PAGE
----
since the 2nd Amendment very specifically protects firearms ownership
I've seen folks use that rationale, but the 2A doesn't say "firearms" it says "arms" - presumably "knives, nunchucks, brass knuckles, etc" would fall under that, although that's clearly not how it's been interpreted.
I have seen a few knife groups using this exact same reasoning - I think it just gets heard less because the firearm part of the "arms" is the hot national topic, and Congress has made very few laws that limit knives/other arms - most of those are state laws.
The author(s) appear to take the position that knives are protected under the 2A and that many existing laws regulating knives are probably unconstitutional. At least from the bit I've had time to read so far...
That's a fair point, but - for whatever reason - the way it's interpreted in practice seems to be mainly (if not exclusively) about firearms.
Come to think of it, I don't know why that is, and I'm not arguing that it's correct.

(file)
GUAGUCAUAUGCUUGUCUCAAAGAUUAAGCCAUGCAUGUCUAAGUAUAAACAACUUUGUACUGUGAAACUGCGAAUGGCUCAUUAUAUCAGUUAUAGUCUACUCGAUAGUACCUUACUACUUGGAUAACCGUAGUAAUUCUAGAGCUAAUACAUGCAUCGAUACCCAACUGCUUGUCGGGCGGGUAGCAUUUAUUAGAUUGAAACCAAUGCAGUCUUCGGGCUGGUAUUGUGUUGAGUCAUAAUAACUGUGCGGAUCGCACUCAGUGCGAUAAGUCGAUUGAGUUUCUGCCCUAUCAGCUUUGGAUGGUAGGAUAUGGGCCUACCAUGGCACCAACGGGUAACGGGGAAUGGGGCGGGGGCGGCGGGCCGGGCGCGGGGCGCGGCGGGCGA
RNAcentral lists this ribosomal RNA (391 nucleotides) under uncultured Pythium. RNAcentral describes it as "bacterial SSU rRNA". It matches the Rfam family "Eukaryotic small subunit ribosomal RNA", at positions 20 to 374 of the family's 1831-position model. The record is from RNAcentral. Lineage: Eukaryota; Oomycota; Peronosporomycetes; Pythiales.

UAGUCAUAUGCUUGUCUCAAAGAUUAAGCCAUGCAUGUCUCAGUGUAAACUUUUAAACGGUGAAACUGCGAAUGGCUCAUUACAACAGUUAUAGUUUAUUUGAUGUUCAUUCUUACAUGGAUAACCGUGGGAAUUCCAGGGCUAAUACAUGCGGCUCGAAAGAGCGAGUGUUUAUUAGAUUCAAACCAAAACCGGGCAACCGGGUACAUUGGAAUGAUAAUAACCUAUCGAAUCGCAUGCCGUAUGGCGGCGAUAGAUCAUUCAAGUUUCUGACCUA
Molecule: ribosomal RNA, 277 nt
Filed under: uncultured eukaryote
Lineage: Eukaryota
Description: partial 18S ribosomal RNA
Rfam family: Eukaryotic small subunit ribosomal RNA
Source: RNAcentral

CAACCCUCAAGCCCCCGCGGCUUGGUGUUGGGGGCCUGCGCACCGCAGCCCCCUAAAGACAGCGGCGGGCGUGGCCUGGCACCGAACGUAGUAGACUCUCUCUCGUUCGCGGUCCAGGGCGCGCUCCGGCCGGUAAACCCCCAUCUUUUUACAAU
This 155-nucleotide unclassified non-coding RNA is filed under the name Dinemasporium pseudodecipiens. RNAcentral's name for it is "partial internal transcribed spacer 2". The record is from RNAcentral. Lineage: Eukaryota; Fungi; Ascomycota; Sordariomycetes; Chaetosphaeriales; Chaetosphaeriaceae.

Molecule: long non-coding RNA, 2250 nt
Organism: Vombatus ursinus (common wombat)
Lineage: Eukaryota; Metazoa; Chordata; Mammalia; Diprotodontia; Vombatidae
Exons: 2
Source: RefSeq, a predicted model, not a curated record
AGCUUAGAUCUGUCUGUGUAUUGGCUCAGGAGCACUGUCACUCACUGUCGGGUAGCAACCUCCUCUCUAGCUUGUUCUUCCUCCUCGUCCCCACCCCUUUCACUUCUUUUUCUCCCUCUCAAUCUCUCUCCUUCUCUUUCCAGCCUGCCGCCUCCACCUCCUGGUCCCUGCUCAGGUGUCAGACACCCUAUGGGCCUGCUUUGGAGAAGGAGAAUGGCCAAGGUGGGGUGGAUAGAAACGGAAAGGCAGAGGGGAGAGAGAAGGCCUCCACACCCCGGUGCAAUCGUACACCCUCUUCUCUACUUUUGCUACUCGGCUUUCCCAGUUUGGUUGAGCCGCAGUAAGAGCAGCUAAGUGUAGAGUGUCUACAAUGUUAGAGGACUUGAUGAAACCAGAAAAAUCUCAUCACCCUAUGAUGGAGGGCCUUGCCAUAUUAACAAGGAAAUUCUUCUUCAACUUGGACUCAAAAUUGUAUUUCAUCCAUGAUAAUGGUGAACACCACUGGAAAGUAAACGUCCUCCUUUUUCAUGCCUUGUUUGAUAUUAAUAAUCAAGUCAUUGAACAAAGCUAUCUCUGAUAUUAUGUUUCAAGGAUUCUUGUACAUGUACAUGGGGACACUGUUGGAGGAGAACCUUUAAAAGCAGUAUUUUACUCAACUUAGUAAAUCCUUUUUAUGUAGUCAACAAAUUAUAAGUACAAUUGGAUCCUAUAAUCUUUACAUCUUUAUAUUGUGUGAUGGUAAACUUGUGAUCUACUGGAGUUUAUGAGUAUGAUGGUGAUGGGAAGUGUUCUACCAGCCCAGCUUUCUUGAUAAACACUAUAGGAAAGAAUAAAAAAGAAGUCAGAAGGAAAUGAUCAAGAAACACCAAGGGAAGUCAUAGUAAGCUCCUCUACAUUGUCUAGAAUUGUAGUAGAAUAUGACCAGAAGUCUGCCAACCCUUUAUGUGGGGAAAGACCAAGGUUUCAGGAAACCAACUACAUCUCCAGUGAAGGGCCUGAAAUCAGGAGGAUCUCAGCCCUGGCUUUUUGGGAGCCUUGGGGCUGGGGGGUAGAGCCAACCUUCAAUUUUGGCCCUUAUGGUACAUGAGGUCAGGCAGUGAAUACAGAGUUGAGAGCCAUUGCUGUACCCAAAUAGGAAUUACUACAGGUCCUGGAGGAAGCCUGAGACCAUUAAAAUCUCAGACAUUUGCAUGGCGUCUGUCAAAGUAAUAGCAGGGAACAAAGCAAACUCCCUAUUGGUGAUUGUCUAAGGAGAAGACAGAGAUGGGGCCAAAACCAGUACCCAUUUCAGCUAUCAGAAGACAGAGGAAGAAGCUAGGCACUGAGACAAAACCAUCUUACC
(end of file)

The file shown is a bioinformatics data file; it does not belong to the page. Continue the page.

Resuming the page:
Anyway, the real point is that there seems to be a lot more variation in laws concerning the legality of owning knives, nunchucks, brass-knuckles, etc., than there is about guns. Guns may be more highly regulated in general, but I don't know of a single state where private ownership of, say, a pistol, is illegal. But I'm pretty sure there are states where switch-blade knives are. But I'm working off memory here, so maybe I'm wrong.
Before the recent set of court rulings, private ownership of a pistol was indeed completely illegal with no exceptions in Chicago and Washington, DC. Several other jurisdictions are almost as strict - as of the last time I read up on it, in NYC, it is illegal to even touch a pistol which is not registered to you, which is a lengthy and complex process.
Yes, but neither of those is a State, and as you pointed out, those restrictions have been modified by recent court rulings.
But not to quibble over details... all I was originally saying is that, for whatever reason, laws on owning certain non-firearm weapons (switchblades, nunchuka, brass knuckles, saps, etc.) seem to vary wildly, whereas in general firearms ownership is legal in the entire United States.
It is an interesting situation, to be able to own, say, an AR15 or a 1911 pistol, while simultaneously not being able to own brass knuckles.